A polarity control signal POL_3 for a third frame is an inverted signal of the polarity control signal POL_2 for the second frame. Accordingly, the polarity control signal POL_3 for the third frame is the same as the polarity control signal POL_1 for the first frame. The phase of a switch control signal ALT_3 for the third frame, like the switch control signal ALT_1 for the first frame, is inverted in the order of H, H, L, L, H, . . . , in synchronization with each of the odd-numbered rising edges of the clock signal CLK1.

A polarity control signal POL_4 for a fourth frame is an inverted signal of the polarity control signal POL_3 for the third frame. Accordingly, the polarity control signal POL_4 for the fourth frame is the same as the polarity control signal POL_2 for the second frame. Therefore, the phase of a switch control signal ALT_4 for the fourth frame, like the switch control signal ALT_2 for the second frame, is inverted in the order of H, L, L, H, H, . . . , in synchronization with each of the even-numbered rising edges of the clock signal CLK1.

As shown in FIG. 8, a switch control signal ALT for a given frame may become faster or slower than a switch control signal ALT for a previous frame by one cycle of the clock signal CLK1. In FIG. 8, a switch control signal ALT_i for a predetermined frame becomes faster than a switch control signal ALT_i−1 for a previous frame. In other words, the switch control signal ALT_i−1 is the same as a signal obtained by shifting the switch control signal ALT_i to the left by one cycle of the clock signal CLK1.

FIG. 9 is a table showing various states of a switch control signal of FIG. 8 in different lines. Referring to FIG. 9, a switch control signal ALT for a first line 1 changes its phase in the order of L, L, H, and H over four frames. A switch control signal ALT for a second line 2 changes its phase in the order of L, H, H, and L over four frames. As described above, the switch control signal ALT generated in the control module 420 during four frames reaches a low logic level twice and a high logic level twice. A switch control signal ALT may have different states for two different frames having the same polarity control signal.

For example, the polarity control signals POL_1 and POL_3 for the first and third frames, respectively, are at a logic high level. The switch control signals ALT_1 and ALT_3, however, have a logic low level and a logic high level, respectively. Supposing that a panel driving voltage applied to a pixel has as much a DC offset of +A when the polarity control signal POL is at a logic high level and the switch control signal ALT is at a logic low level, the panel driving voltage has a DC offset of −A when both the polarity control signal and the switch control signal ALT are at a logic high level. Accordingly, DC offsets of the panel driving voltage can cancel each other out.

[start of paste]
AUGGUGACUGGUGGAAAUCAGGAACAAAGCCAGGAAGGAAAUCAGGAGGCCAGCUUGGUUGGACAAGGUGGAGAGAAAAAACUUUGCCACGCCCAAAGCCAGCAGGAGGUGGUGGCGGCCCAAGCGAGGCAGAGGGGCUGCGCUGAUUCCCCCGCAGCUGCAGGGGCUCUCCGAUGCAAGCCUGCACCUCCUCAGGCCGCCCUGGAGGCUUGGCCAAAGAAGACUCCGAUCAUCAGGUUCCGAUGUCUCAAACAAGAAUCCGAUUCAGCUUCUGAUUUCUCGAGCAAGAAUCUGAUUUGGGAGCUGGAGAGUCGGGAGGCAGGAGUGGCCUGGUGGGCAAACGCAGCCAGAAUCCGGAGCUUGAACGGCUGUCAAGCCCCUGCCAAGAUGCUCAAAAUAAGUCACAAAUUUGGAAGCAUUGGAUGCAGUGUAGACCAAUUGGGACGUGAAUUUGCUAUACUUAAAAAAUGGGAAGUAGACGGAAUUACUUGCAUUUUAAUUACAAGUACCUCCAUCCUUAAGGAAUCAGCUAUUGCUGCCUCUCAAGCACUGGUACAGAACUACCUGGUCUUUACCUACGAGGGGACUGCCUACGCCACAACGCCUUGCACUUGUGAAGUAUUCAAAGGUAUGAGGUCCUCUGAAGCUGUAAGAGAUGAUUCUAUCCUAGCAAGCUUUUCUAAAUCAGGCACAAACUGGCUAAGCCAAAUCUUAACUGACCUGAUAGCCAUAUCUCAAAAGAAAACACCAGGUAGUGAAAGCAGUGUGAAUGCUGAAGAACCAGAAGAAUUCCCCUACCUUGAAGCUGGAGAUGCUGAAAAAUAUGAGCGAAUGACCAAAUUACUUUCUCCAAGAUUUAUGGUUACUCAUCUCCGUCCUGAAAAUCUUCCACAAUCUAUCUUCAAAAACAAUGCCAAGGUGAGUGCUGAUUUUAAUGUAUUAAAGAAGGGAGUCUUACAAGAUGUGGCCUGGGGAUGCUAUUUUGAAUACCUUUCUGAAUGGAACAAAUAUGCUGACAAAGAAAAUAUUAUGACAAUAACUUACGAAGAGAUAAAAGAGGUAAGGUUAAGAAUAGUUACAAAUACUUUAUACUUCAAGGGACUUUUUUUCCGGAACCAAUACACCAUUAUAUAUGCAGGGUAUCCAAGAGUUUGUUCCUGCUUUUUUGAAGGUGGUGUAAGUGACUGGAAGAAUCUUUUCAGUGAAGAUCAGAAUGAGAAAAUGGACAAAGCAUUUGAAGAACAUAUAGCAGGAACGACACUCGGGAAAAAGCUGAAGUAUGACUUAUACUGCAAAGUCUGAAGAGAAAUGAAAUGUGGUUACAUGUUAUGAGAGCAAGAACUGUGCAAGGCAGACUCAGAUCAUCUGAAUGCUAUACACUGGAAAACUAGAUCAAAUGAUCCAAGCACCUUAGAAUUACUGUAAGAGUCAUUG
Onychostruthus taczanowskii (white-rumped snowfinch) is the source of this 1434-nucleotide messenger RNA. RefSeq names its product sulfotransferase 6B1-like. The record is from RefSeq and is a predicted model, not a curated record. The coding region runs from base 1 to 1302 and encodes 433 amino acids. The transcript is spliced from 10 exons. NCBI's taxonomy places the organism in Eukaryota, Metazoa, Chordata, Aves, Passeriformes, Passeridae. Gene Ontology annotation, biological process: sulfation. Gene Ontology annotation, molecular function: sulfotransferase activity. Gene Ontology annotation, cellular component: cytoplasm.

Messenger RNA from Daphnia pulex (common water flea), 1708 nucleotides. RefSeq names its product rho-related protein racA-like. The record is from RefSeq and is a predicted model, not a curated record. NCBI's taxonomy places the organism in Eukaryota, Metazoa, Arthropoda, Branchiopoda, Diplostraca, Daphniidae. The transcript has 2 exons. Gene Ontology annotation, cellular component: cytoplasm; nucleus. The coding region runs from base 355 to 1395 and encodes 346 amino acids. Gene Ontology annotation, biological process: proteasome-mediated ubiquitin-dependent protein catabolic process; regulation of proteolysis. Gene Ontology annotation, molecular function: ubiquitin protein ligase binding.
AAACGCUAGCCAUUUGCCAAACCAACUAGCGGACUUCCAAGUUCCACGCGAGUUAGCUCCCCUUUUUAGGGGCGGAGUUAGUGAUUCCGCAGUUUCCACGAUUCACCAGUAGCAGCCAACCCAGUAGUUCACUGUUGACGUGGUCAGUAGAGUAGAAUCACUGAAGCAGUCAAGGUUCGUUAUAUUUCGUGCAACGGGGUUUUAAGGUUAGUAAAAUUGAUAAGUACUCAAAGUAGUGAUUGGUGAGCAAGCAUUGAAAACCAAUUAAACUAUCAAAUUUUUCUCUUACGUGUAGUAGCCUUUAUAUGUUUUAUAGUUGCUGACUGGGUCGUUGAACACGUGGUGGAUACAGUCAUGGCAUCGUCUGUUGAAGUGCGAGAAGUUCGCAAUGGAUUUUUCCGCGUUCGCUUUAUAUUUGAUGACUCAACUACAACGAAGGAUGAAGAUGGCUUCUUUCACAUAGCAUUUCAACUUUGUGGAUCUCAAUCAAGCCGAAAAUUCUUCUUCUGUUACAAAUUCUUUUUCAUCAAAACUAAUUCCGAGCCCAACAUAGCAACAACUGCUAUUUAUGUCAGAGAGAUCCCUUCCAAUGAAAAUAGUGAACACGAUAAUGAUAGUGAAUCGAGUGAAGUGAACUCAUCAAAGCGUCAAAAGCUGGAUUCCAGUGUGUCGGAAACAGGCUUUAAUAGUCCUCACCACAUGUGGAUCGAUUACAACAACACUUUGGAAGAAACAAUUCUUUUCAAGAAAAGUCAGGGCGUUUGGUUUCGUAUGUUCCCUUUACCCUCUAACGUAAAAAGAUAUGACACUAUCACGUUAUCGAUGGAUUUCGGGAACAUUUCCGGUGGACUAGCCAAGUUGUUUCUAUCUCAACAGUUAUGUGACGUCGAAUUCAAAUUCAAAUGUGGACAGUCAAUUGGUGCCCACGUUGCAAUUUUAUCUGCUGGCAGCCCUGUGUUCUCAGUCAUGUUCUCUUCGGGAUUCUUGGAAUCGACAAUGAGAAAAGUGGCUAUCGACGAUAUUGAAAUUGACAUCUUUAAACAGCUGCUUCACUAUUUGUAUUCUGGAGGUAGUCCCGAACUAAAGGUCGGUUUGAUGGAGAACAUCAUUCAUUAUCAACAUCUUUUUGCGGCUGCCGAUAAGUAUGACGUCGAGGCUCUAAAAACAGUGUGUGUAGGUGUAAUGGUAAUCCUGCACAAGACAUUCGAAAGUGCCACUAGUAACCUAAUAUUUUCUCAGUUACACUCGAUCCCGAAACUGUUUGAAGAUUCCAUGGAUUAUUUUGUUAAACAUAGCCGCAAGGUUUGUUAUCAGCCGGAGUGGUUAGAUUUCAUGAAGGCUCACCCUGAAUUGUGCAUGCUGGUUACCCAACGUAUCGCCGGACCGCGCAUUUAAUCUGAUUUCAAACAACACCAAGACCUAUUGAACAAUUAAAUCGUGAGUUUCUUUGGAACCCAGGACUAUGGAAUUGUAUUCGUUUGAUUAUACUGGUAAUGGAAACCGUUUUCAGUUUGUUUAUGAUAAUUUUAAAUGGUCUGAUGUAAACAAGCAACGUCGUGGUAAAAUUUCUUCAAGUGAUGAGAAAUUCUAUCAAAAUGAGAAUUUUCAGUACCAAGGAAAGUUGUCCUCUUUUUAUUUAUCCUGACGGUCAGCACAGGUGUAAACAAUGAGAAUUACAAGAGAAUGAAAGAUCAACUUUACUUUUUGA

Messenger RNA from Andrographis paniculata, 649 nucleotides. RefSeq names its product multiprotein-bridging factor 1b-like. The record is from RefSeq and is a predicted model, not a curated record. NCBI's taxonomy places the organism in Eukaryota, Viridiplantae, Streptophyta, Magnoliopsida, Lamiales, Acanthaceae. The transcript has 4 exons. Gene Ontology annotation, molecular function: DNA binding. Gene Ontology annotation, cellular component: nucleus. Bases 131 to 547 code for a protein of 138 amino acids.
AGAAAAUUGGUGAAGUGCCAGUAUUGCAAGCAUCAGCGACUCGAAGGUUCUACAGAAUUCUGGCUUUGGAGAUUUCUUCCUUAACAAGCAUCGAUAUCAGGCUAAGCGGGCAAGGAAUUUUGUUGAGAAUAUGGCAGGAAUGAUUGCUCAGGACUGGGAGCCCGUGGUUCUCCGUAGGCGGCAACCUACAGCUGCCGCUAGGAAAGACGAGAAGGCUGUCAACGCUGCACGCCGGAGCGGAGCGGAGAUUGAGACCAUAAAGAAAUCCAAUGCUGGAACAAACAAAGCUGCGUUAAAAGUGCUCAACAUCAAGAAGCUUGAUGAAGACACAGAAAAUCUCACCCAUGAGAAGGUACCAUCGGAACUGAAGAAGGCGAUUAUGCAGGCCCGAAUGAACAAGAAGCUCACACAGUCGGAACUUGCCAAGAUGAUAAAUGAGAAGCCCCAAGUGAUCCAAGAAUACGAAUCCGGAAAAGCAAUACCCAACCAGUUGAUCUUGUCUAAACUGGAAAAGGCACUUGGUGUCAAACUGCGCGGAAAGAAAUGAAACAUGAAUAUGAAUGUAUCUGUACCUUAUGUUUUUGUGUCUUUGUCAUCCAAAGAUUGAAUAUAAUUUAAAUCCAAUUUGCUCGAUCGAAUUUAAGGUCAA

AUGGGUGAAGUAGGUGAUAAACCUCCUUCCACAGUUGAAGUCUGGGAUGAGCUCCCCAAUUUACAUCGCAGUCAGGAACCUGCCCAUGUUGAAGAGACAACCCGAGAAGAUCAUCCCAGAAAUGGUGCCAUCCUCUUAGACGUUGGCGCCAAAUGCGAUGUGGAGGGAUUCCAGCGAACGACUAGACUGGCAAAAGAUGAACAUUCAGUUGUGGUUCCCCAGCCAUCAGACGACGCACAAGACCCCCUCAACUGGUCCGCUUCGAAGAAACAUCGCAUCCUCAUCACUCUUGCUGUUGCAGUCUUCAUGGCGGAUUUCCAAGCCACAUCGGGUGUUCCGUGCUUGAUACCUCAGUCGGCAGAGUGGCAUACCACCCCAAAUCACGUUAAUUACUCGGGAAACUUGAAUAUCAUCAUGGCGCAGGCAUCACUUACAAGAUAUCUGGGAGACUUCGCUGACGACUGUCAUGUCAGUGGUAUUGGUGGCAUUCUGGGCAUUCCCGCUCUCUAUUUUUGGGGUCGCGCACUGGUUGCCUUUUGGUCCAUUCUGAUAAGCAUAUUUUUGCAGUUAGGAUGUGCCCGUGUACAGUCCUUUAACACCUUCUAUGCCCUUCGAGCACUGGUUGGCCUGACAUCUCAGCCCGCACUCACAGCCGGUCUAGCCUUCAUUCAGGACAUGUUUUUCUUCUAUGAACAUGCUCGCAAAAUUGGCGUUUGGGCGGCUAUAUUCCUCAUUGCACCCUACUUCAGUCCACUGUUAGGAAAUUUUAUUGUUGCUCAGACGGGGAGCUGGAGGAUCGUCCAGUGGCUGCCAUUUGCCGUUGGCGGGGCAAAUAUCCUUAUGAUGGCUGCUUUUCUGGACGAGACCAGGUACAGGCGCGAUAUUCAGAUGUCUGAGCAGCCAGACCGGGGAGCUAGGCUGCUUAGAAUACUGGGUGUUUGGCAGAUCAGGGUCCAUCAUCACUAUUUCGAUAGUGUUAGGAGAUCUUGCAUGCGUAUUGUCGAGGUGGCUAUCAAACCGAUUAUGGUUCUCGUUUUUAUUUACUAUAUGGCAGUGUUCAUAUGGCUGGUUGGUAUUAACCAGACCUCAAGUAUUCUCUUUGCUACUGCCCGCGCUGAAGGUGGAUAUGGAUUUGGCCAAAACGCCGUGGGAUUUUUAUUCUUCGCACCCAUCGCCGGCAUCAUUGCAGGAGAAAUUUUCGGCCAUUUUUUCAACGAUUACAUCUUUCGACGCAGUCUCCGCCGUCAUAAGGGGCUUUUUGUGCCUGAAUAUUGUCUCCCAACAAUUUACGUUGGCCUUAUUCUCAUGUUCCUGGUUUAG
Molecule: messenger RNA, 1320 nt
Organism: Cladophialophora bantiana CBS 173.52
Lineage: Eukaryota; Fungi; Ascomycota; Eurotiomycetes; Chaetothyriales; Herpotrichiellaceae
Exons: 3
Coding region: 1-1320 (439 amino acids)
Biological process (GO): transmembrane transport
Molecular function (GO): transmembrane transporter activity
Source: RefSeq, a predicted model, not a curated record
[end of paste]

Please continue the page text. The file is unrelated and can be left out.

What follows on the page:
When the polarity control signals POL_2 and POL_4 for the second frame and the fourth frame, respectively, of the first line 1 of FIG. 9 are at a logic high level, their corresponding switch control signals ALT_2 and ALT_4 have different phases, i.e., a logic low level and a logic high level, as shown in FIG. 9. Supposing that a panel driving voltage applied to a pixel has a DC offset of +B when both the polarity control signal POL and the switch control signal ALT are at a logic low level, the panel driving voltage has a DC offset of −B when the polarity control signal is at a logic low level and the switch control signal ALT is at a logic high level, and accordingly, DC offsets of the panel driving voltage can cancel each other out.

As described above, according to the present invention, a panel driving voltage applied to each pixel of a liquid crystal panel has offsets of +A, −A, +B, and −B over four (4) frames, respectively. Accordingly, DC offsets of a panel driving voltage may cancel one another out every four frames.

According to the exemplary embodiments of the present invention, it is possible to cancel DC offsets out every four frames even when the resolution of a liquid crystal panel or the frequency of occurrence of a clock signal in each frame varies. Accordingly, the stripe phenomenon caused by accumulation of DC offsets can be prevented, and the quality of picture images displayed on a liquid crystal panel may be improved.

While the present invention has been particularly shown and described with reference to exemplary embodiments thereof, it will be understood by those of ordinary skill in the art that various changes in form and details may be made therein without departing from the spirit and scope of the exemplary embodiments of the present invention as defined by the following claims.

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Classifications
U.S. Classification345/92, 345/100, 345/87, 345/213, 345/89
International ClassificationG02F1/133, G09G5/00, G09G3/36, G09G3/20
Cooperative ClassificationG09G3/3688, G09G3/3614
European ClassificationG09G3/36C2, G09G3/36C14A